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Marketing Viewpoint by Ruth Winett

Create Graphics That Are Worth a Thousand Words

 

Beginning with Neanderthals, who drew simple maps in the sand, people have always used pictures to convey meaning. Before inserting graphics into your web pages and documents, make sure that the graphics illustrate, not obscure, your ideas.

 

Among the advantages of using graphics is that they:

  • Humanize or personalize text. Examples are pictures of staff and leaders on a business website.
  • Enhance text by adding meaning or creating dramatic, humorous, or artistic effect. The Boston Globe recently featured the artwork for Bemelmans' popular Madeline books.
  • Visually represent things, such as products and/or product packaging.
  • Help people visualize places (office buildings or labs), things, and events (the Patriots triumphal parade).
  • Explain processes and systems, such as chemical processes, distribution networks, and communications systems.
  • Convey spatial or numerical information efficiently. Maps, diagrams, charts, and graphs are a few examples.

Here are eight tips for using graphics more effectively:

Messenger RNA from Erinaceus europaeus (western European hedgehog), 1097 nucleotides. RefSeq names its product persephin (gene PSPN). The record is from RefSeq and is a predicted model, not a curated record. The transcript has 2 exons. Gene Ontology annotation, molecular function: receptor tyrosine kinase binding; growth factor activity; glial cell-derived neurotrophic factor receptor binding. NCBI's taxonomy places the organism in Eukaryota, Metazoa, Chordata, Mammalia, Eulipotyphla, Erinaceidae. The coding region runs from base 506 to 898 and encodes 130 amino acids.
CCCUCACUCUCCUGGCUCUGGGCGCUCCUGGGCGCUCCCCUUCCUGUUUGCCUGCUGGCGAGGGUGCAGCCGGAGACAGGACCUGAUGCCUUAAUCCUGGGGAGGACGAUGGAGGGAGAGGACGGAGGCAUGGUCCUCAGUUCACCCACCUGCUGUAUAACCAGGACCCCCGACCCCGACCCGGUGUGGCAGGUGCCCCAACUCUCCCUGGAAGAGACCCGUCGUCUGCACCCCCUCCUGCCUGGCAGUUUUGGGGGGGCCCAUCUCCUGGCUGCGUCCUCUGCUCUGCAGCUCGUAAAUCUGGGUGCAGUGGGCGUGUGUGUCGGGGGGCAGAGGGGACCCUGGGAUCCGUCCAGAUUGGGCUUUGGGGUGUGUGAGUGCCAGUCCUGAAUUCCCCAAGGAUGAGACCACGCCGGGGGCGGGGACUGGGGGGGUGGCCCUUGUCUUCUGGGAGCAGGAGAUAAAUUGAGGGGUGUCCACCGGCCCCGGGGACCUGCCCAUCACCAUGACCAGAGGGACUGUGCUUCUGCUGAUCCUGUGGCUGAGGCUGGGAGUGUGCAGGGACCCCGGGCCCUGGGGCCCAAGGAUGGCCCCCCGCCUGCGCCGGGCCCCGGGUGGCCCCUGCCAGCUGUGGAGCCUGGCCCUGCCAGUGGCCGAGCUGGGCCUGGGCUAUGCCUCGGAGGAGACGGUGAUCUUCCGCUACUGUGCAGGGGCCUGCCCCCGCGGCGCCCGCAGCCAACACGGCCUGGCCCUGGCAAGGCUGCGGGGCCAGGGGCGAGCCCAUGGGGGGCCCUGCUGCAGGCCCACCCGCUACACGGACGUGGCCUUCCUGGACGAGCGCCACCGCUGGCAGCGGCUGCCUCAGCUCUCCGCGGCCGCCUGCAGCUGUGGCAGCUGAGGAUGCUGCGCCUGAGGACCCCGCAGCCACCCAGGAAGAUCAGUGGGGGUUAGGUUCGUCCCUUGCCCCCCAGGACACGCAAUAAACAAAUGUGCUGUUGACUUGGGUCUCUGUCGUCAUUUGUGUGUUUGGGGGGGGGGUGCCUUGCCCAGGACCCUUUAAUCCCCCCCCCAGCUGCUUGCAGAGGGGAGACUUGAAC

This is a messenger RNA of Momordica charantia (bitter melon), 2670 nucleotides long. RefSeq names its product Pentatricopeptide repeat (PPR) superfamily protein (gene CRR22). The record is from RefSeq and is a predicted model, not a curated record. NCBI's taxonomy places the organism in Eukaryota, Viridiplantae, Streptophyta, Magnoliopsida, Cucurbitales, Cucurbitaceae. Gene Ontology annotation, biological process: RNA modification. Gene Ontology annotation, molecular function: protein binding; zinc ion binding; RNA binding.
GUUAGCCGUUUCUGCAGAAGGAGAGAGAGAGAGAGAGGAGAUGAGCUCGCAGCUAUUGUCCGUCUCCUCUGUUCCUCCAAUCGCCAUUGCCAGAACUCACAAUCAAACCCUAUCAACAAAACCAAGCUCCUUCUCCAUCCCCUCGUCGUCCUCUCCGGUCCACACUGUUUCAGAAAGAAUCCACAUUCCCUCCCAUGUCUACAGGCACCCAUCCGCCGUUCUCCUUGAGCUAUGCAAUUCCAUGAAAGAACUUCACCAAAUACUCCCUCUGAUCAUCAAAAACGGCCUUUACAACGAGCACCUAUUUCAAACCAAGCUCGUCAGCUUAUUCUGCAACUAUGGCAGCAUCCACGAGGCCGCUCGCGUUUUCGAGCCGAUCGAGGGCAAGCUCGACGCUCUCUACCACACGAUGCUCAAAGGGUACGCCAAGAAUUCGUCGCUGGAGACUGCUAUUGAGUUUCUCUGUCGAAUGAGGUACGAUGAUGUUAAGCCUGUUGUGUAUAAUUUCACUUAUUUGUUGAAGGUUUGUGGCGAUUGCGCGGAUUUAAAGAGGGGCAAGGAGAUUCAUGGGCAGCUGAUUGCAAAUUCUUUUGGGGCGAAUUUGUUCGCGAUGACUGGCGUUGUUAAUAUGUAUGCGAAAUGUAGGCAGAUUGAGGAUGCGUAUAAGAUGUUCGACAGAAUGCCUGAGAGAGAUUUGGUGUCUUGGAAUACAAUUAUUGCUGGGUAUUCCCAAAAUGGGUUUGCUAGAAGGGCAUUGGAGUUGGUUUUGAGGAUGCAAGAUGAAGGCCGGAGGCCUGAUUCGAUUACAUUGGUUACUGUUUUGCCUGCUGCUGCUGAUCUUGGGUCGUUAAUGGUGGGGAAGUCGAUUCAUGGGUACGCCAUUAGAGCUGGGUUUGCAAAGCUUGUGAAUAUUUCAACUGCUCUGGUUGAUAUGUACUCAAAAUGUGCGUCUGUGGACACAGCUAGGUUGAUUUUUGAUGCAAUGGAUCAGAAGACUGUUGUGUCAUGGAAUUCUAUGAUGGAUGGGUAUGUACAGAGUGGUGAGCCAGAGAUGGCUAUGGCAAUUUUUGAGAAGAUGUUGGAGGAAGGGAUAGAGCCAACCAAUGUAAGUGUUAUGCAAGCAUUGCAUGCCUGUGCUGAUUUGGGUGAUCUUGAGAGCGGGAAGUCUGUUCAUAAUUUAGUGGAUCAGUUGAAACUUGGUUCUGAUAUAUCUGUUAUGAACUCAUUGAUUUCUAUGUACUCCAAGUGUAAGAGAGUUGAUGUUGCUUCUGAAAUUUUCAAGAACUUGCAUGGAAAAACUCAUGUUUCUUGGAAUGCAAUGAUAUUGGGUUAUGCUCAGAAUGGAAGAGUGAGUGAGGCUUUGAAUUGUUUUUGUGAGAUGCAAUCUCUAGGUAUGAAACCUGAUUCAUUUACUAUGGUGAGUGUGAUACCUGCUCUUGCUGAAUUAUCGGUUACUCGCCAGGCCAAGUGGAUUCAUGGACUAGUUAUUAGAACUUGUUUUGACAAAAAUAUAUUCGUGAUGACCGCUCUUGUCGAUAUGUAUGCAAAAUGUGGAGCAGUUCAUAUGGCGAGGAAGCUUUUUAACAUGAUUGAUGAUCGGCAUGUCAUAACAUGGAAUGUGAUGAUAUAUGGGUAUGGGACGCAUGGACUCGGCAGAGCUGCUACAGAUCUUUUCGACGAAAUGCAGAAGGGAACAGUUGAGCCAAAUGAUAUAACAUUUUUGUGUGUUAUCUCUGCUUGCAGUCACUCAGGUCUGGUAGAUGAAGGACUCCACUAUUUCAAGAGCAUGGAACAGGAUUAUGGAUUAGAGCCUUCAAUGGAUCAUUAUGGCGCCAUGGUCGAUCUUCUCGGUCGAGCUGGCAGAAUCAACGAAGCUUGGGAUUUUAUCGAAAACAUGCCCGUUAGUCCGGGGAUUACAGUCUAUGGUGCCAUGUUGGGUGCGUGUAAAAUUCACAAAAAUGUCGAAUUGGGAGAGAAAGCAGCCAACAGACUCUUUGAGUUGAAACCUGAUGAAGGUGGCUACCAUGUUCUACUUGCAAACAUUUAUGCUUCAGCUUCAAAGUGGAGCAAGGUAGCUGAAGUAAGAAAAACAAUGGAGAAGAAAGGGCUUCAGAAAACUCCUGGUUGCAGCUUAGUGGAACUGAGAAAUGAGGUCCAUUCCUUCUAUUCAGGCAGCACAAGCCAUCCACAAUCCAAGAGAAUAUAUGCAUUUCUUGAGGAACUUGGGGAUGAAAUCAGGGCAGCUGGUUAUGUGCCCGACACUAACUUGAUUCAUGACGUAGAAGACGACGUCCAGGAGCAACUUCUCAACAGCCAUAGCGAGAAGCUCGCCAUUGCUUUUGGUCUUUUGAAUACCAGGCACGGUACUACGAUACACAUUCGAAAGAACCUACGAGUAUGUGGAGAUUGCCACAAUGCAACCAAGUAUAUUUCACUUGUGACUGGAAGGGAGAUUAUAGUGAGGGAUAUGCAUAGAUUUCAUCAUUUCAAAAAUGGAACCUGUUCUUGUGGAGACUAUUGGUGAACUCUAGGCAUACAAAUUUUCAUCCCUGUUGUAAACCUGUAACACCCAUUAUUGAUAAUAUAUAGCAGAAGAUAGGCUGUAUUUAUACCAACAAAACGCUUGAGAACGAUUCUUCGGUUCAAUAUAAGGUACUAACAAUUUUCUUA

• Know your audience and your material, and provide the right image and the right amount of detail for the right audience.
  • Use pictures of real people at work, not pictures of actors hovering over PCs or conference tables, trying to look busy.
  • Provide context. When did the event occur and where? What are the people doing?
  • Provide complete captions for pictures and labels for graphs. Name your sources, and tell readers what the pictures and graphs signify.
  • Study publications and websites that use graphics, captions, and labels effectively, as in The Wall Street Journal's "Money and Investing" section.
  • Note that more isn't necessarily better. Graphics take a long time to download and gobble up paper when you make hard copies.
  • Make sure your originals are sharp as graphics degrade when reproduced or sized for smaller devices.
  • Use text and pictures that are large enough for easy reading, but not so large that they dominate the page. Many blogs and websites have graphics that take up most of the valuable "above the fold" real estate, without enhancing the viewer's experience.

Use graphics in a way that is appropriate for your audience. Infograms should enhance, not detract, from your documents and websites. Tables and graphs should be self-explanatory, and text should be legible. Good captions and labels are essential so that if someone reproduces the graphics out of context, your message will still be clear.= Business research for growing companies

 

Business research for growing companies

 

Copyright © 3/15 Ruth Winett. All rights reserved.  

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